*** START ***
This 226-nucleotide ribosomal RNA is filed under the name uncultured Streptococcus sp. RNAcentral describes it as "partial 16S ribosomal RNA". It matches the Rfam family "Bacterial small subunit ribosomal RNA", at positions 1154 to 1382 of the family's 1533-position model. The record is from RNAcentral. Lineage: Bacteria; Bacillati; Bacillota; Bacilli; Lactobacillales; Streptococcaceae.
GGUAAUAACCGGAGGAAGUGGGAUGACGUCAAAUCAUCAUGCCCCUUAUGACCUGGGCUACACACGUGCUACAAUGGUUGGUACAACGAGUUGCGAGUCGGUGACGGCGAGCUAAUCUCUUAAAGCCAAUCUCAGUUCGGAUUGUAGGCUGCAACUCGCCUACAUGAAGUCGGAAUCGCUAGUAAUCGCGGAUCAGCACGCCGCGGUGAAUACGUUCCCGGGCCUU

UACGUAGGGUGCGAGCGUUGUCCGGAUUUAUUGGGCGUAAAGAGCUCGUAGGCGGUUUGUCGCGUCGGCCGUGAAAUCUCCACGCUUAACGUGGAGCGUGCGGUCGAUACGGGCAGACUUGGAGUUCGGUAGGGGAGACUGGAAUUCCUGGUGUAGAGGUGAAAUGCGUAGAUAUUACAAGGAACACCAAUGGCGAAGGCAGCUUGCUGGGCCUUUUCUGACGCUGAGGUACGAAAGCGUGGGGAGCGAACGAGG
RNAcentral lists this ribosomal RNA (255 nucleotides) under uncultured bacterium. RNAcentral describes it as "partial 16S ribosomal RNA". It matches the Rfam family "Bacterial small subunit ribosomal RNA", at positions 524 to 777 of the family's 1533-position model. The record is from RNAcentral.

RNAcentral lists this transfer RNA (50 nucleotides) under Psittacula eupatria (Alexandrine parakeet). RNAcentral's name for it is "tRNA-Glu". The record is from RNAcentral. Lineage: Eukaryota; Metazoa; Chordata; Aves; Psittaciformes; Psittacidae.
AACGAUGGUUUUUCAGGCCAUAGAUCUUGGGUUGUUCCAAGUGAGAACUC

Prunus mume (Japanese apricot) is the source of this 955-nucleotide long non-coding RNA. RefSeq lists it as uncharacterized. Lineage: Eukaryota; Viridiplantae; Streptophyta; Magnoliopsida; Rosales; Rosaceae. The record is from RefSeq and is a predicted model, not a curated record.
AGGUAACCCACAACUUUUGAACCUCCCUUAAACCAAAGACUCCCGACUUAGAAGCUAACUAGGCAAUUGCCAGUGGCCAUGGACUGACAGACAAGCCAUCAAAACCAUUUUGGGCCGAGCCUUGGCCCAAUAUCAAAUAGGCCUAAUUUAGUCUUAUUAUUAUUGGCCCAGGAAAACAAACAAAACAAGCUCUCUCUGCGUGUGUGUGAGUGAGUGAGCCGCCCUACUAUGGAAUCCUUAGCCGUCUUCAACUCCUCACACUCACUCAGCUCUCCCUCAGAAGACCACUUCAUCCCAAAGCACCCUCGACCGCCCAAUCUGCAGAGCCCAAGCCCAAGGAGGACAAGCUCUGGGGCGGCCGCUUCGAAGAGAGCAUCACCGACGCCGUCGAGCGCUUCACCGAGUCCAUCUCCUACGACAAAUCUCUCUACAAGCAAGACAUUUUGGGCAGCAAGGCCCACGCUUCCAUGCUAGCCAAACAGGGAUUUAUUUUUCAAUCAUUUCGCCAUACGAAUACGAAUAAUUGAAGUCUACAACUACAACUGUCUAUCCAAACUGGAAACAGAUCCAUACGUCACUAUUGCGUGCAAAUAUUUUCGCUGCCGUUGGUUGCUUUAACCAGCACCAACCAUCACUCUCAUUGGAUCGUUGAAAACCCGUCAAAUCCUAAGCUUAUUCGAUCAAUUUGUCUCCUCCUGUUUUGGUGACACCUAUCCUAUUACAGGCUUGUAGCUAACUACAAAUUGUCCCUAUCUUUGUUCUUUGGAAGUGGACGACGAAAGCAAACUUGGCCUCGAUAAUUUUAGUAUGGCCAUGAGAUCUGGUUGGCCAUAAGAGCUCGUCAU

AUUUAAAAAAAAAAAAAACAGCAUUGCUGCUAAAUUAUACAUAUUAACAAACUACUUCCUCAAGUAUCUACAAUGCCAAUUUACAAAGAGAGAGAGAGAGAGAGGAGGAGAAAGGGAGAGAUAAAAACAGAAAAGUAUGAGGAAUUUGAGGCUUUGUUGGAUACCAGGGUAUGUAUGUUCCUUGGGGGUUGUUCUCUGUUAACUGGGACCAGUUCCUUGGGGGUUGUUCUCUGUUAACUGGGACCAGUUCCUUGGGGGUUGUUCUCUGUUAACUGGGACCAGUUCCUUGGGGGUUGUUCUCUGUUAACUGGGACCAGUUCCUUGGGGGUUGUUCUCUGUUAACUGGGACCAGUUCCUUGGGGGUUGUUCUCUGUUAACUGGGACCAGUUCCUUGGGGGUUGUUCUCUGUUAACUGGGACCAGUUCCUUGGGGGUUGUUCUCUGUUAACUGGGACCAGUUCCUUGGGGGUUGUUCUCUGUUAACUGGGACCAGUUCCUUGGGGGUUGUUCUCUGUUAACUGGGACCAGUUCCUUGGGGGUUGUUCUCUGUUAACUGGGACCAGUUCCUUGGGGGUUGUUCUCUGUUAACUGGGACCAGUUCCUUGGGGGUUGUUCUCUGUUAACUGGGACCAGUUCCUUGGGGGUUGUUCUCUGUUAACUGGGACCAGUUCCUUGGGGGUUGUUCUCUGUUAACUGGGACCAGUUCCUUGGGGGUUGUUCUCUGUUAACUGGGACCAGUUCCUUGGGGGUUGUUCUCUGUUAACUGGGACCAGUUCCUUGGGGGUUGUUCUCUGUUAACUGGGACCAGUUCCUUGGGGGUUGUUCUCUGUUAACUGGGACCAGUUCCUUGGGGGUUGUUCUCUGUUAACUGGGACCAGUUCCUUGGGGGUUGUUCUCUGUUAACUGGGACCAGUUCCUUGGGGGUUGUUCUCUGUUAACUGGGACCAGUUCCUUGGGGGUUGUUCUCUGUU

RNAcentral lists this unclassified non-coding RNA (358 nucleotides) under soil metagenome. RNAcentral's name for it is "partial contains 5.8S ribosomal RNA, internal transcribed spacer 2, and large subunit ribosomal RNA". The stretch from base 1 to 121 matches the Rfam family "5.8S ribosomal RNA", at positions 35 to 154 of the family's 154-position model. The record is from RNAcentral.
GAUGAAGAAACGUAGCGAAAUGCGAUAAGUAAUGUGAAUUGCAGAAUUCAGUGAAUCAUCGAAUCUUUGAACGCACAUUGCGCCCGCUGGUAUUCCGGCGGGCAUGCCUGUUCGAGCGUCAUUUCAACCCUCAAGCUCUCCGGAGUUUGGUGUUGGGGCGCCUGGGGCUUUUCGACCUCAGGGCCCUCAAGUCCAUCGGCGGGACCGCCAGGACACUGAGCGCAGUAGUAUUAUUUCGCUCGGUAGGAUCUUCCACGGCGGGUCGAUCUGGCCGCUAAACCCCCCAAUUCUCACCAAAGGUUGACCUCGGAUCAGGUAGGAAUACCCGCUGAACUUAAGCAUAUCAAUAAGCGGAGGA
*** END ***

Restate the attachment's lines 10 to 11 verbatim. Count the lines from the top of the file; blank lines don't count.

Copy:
RNAcentral lists this unclassified non-coding RNA (358 nucleotides) under soil metagenome. RNAcentral's name for it is "partial contains 5.8S ribosomal RNA, internal transcribed spacer 2, and large subunit ribosomal RNA". The stretch from base 1 to 121 matches the Rfam family "5.8S ribosomal RNA", at positions 35 to 154 of the family's 154-position model. The record is from RNAcentral.
GAUGAAGAAACGUAGCGAAAUGCGAUAAGUAAUGUGAAUUGCAGAAUUCAGUGAAUCAUCGAAUCUUUGAACGCACAUUGCGCCCGCUGGUAUUCCGGCGGGCAUGCCUGUUCGAGCGUCAUUUCAACCCUCAAGCUCUCCGGAGUUUGGUGUUGGGGCGCCUGGGGCUUUUCGACCUCAGGGCCCUCAAGUCCAUCGGCGGGACCGCCAGGACACUGAGCGCAGUAGUAUUAUUUCGCUCGGUAGGAUCUUCCACGGCGGGUCGAUCUGGCCGCUAAACCCCCCAAUUCUCACCAAAGGUUGACCUCGGAUCAGGUAGGAAUACCCGCUGAACUUAAGCAUAUCAAUAAGCGGAGGA